Government: THE SENATE
SENATOR JOHN McCAIN ON THE RECORD
The campaign-finance fight, telecom reform, and tobacco
Conservative Republican John McCain of Arizona has been a maverick throughout his two terms in the Senate. But never more so than this fall, when he defied his party's leaders in an uphill quest for campaign-finance reform. The former Navy pilot, who spent more than five years as a prisoner of war in Vietnam, also went it alone as the only Senate Republican to oppose the Telecommunications Reform Act of 1996. Now chairman of the Senate Commerce Committee, McCain, 61, has strong influence over issues ranging from telecommunications to tobacco. In an Oct. 6 interview with BUSINESS WEEK Correspondent Amy Borrus in his Senate hideaway--and in a follow-up chat on Oct. 8--Senator McCain talked about his legislative goals and his Presidential aspirations for 2000.
Q: Campaign-finance reform appears all but dead. Is it?A: No. The American people want change. There will be more and more scandals and revelations, so it's inevitable that sooner or later, the Congress will have to respond.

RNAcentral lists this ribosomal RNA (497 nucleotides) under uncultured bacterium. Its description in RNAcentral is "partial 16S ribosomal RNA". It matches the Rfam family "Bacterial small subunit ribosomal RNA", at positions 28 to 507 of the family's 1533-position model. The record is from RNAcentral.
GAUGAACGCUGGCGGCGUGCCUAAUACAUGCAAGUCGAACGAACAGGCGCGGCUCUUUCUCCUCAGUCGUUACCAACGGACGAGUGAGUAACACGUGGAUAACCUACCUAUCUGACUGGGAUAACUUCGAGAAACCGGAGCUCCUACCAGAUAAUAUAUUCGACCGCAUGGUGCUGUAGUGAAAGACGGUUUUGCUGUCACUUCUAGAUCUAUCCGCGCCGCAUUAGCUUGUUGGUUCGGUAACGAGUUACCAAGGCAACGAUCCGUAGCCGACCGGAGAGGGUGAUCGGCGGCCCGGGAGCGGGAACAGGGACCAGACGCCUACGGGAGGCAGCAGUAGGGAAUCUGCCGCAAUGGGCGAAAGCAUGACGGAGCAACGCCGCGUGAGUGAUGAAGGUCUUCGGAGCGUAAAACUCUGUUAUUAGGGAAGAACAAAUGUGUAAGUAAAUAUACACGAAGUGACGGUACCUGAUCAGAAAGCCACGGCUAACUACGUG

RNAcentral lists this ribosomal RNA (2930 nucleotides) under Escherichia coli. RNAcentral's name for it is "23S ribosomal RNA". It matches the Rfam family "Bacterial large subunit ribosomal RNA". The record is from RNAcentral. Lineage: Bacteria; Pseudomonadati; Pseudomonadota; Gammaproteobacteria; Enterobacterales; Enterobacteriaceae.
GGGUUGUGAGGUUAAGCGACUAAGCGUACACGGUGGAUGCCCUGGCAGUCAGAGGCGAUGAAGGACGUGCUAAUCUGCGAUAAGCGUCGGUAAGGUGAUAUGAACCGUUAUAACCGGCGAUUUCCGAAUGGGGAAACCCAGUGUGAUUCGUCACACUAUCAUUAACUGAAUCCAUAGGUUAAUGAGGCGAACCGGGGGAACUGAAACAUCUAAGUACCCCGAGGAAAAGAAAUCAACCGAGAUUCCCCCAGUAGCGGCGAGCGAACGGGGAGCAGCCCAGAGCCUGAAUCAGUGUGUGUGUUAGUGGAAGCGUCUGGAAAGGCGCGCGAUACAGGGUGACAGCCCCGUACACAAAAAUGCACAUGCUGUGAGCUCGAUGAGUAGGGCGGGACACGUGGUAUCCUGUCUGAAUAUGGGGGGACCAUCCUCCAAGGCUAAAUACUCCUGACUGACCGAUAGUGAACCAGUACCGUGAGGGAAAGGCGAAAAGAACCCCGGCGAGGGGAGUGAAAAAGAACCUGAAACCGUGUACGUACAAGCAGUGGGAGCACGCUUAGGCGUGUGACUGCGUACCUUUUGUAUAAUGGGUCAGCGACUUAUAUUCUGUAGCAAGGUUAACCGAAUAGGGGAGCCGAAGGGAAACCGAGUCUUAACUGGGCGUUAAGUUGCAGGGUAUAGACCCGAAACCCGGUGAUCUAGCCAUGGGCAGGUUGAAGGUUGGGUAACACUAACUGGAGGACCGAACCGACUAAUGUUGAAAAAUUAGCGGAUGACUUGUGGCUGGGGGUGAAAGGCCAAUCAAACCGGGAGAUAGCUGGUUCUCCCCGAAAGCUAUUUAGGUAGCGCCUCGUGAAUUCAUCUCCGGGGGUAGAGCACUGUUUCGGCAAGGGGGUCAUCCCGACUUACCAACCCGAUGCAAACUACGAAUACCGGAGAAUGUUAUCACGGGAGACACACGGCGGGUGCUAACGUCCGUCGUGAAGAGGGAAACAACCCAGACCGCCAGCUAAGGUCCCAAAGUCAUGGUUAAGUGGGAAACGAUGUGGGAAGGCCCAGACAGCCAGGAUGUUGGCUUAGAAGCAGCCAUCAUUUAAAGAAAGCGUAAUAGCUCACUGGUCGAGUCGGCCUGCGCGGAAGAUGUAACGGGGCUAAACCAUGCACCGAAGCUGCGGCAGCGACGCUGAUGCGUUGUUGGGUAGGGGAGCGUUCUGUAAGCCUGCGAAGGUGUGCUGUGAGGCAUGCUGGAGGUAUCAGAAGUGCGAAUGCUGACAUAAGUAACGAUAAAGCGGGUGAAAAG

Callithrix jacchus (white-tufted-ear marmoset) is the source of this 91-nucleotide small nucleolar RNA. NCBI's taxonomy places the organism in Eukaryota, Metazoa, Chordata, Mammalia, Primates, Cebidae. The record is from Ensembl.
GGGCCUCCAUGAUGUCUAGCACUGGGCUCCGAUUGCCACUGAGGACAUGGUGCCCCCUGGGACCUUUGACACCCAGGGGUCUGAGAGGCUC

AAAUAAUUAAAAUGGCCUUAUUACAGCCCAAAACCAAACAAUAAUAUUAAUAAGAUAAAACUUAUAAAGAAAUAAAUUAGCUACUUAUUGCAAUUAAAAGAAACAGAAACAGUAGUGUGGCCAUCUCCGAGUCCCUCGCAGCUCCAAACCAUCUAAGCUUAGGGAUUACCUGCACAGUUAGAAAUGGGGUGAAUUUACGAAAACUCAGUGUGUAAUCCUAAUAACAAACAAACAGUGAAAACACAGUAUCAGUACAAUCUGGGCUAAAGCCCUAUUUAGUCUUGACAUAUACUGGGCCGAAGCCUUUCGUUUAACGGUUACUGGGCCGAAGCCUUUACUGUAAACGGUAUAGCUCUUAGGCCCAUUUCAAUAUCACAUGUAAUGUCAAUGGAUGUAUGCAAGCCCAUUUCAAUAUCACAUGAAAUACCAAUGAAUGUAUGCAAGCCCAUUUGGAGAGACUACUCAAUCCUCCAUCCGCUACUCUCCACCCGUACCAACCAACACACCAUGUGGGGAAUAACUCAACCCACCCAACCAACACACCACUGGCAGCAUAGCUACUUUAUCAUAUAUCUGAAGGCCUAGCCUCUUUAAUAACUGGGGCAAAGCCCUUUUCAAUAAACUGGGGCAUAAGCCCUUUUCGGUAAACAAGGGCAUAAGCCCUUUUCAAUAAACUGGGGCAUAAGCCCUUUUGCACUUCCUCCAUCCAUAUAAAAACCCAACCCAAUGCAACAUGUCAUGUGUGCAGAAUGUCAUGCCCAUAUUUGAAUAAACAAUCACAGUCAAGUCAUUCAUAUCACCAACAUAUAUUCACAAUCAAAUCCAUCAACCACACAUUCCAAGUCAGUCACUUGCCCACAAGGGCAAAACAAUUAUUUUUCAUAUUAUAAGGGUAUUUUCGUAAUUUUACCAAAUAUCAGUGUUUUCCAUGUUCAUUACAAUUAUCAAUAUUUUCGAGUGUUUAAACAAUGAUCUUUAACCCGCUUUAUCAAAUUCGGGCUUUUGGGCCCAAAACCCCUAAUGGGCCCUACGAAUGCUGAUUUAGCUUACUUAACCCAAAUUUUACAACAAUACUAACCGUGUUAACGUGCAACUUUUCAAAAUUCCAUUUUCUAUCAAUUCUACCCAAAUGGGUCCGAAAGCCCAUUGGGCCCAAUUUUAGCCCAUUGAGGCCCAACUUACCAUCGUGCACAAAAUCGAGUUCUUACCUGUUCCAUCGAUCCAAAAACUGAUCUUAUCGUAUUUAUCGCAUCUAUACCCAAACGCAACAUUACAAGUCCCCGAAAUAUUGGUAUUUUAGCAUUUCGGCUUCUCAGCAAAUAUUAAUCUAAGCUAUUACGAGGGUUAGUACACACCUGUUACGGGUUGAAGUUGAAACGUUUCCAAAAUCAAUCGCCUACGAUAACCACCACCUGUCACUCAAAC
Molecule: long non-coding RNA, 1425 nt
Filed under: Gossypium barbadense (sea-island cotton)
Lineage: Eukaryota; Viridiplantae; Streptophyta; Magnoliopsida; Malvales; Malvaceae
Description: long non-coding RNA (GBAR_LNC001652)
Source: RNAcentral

Q: Won't the public blame the GOP for torpedoing reform?A: I regret to say that this could harm Republicans in the long run if we don't act.
Q: Has the Telecommunications Act of 1996 fulfilled its promise?A: The act is fundamentally flawed because it is not deregulatory. It is protective of all the interests that are involved in the telecommunications business with the exception of the consumer. That's why we are seeing increasing phone rates, increasing cable rates, consolidations and mergers, and little if any increase in competition. You've got to...decrease the enormous power that has been given to the Federal Communications Commission. I would like to see most of the focus on antitrust and antimonopolistic practices. That means taking away most of the FCC's authority and letting the Justice Dept. intervene where necessary. Otherwise, let 'em [telecommunications companies] compete.
Q: Will we see a new telecommunications bill in '98?A: It depends on public dissatisfaction. It wouldn't surprise me if there were a manifestation of that next year.
Q: Would you oppose WorldCom's takeover of MCI?A: I haven't had a chance to examine it. But whenever you see major consolidation, it is a matter of concern. The deal is another example of the failure of the telecom bill. We made it easier for companies to merge rather than compete with each other.
Q: What should the new commissioners at the FCC tackle first?A: I'd like them to take a whole new look at the Telecommunications Act. I also want them to review the licenses of affiliates of NBC for failure to implement the new rating system [for television programming], see whether they're acting in the public interest. I would like to see continuance of spectrum auctions and a review of the process of transition to HDTV.